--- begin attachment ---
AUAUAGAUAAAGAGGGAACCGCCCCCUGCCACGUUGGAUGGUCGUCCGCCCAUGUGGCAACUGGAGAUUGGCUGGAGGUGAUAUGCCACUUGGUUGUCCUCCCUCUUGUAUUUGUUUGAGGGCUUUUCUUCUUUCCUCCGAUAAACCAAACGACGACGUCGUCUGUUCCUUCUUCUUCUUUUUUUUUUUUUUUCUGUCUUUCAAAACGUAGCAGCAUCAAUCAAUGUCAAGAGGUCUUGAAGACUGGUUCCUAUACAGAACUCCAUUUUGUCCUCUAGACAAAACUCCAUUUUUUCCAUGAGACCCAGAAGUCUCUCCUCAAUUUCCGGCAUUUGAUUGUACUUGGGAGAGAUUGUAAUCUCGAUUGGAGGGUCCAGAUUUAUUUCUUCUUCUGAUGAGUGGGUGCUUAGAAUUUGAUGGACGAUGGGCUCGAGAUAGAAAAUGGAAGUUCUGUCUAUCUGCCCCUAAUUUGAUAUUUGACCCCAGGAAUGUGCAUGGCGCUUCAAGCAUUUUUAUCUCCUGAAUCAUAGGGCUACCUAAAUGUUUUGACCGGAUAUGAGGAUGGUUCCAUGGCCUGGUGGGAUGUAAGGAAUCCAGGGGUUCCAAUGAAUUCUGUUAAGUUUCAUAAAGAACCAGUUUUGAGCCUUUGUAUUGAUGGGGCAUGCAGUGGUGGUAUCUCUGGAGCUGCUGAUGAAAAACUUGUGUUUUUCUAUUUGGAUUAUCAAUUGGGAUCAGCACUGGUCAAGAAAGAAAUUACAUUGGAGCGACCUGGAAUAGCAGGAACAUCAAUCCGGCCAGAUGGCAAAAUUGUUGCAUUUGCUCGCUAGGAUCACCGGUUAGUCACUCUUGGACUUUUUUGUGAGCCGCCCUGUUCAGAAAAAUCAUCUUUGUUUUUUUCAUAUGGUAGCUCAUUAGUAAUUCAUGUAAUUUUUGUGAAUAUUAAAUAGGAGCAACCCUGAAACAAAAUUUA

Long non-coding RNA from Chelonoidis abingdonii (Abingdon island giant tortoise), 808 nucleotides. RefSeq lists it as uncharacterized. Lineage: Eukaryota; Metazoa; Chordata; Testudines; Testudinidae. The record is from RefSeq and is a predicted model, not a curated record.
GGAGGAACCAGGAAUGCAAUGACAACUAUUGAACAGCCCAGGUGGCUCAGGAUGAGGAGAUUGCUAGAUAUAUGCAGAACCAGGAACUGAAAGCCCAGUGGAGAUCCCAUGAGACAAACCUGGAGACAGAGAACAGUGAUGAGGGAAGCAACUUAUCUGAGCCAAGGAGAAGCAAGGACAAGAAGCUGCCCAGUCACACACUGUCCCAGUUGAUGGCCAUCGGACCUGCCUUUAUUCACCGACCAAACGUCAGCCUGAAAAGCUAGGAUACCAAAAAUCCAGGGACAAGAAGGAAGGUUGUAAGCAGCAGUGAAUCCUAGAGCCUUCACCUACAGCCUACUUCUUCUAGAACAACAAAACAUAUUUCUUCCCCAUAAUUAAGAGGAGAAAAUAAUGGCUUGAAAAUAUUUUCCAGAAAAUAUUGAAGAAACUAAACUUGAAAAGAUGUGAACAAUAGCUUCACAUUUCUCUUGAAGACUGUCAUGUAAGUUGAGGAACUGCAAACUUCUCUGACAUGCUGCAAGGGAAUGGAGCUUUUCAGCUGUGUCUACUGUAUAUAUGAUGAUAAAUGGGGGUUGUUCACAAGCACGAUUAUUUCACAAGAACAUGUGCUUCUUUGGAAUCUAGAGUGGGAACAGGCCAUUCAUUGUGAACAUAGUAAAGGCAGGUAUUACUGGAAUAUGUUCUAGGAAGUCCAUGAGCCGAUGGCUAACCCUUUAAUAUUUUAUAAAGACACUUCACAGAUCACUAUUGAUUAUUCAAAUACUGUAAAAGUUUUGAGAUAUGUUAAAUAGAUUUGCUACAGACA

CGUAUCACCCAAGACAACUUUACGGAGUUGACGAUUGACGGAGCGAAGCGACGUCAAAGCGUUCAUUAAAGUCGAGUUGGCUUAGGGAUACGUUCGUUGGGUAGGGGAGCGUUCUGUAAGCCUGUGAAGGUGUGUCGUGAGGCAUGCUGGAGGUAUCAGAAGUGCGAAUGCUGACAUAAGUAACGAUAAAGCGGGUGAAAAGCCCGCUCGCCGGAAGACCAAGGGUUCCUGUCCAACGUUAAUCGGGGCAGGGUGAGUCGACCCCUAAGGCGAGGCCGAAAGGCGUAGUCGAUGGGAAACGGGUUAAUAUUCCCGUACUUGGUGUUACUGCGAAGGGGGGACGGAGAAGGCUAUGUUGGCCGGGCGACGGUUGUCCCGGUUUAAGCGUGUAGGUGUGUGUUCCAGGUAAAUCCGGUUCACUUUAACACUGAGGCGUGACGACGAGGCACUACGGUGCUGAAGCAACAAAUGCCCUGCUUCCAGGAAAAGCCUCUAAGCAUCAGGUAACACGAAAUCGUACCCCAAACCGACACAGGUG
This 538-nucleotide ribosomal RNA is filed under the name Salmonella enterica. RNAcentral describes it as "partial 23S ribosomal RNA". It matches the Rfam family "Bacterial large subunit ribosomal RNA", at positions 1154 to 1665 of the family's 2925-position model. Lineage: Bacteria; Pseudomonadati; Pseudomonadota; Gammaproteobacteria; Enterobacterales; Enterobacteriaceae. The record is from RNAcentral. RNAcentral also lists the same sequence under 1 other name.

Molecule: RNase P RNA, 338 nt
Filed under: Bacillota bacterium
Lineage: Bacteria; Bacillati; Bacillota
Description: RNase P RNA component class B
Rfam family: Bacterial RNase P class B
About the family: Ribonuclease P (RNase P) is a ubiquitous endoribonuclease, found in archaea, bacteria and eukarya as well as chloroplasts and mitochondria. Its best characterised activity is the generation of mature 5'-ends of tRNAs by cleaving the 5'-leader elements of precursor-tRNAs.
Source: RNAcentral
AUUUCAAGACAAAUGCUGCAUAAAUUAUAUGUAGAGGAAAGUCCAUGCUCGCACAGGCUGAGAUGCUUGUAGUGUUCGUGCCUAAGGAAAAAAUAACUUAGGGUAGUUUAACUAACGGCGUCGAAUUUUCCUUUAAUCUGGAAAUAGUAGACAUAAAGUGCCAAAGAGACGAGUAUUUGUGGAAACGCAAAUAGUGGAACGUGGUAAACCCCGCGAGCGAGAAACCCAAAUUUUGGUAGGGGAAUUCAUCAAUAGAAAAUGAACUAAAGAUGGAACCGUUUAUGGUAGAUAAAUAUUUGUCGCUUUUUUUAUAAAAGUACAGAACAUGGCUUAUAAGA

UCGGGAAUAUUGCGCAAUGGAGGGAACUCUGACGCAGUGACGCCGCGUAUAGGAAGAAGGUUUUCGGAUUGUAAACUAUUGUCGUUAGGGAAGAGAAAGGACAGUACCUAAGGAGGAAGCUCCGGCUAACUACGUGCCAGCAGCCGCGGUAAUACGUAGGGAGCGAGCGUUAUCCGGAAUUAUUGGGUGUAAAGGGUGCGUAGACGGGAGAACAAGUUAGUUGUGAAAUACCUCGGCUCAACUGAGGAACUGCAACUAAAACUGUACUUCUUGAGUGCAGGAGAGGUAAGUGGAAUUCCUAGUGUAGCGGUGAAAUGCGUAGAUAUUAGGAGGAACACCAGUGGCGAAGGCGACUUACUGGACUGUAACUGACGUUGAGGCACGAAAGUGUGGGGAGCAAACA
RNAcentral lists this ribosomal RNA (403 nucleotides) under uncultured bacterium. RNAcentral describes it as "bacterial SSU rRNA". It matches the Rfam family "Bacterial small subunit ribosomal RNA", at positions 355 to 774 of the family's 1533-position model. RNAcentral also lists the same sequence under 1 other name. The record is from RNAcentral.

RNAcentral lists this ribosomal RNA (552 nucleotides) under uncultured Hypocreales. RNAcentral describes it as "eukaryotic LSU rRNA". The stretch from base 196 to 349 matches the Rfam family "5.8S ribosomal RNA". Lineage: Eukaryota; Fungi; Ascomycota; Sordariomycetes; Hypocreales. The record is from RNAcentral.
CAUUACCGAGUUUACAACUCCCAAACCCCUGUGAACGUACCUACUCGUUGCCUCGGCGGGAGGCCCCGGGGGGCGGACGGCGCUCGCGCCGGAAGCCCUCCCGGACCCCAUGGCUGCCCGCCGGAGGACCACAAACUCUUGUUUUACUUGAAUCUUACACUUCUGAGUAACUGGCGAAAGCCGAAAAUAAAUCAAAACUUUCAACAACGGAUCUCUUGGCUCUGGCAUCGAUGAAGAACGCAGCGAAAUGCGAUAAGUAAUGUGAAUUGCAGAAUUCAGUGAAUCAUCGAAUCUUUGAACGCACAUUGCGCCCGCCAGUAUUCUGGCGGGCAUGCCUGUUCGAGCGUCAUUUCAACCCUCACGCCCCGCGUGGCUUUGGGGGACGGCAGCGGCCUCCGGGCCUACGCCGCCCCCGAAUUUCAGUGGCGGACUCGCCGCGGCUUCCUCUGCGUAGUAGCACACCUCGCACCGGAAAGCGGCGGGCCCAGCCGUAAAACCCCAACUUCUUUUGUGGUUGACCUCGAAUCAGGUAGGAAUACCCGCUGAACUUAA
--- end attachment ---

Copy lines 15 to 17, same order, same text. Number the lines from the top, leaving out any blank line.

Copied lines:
RNAcentral lists this ribosomal RNA (403 nucleotides) under uncultured bacterium. RNAcentral describes it as "bacterial SSU rRNA". It matches the Rfam family "Bacterial small subunit ribosomal RNA", at positions 355 to 774 of the family's 1533-position model. RNAcentral also lists the same sequence under 1 other name. The record is from RNAcentral.

RNAcentral lists this ribosomal RNA (552 nucleotides) under uncultured Hypocreales. RNAcentral describes it as "eukaryotic LSU rRNA". The stretch from base 196 to 349 matches the Rfam family "5.8S ribosomal RNA". Lineage: Eukaryota; Fungi; Ascomycota; Sordariomycetes; Hypocreales. The record is from RNAcentral.
CAUUACCGAGUUUACAACUCCCAAACCCCUGUGAACGUACCUACUCGUUGCCUCGGCGGGAGGCCCCGGGGGGCGGACGGCGCUCGCGCCGGAAGCCCUCCCGGACCCCAUGGCUGCCCGCCGGAGGACCACAAACUCUUGUUUUACUUGAAUCUUACACUUCUGAGUAACUGGCGAAAGCCGAAAAUAAAUCAAAACUUUCAACAACGGAUCUCUUGGCUCUGGCAUCGAUGAAGAACGCAGCGAAAUGCGAUAAGUAAUGUGAAUUGCAGAAUUCAGUGAAUCAUCGAAUCUUUGAACGCACAUUGCGCCCGCCAGUAUUCUGGCGGGCAUGCCUGUUCGAGCGUCAUUUCAACCCUCACGCCCCGCGUGGCUUUGGGGGACGGCAGCGGCCUCCGGGCCUACGCCGCCCCCGAAUUUCAGUGGCGGACUCGCCGCGGCUUCCUCUGCGUAGUAGCACACCUCGCACCGGAAAGCGGCGGGCCCAGCCGUAAAACCCCAACUUCUUUUGUGGUUGACCUCGAAUCAGGUAGGAAUACCCGCUGAACUUAA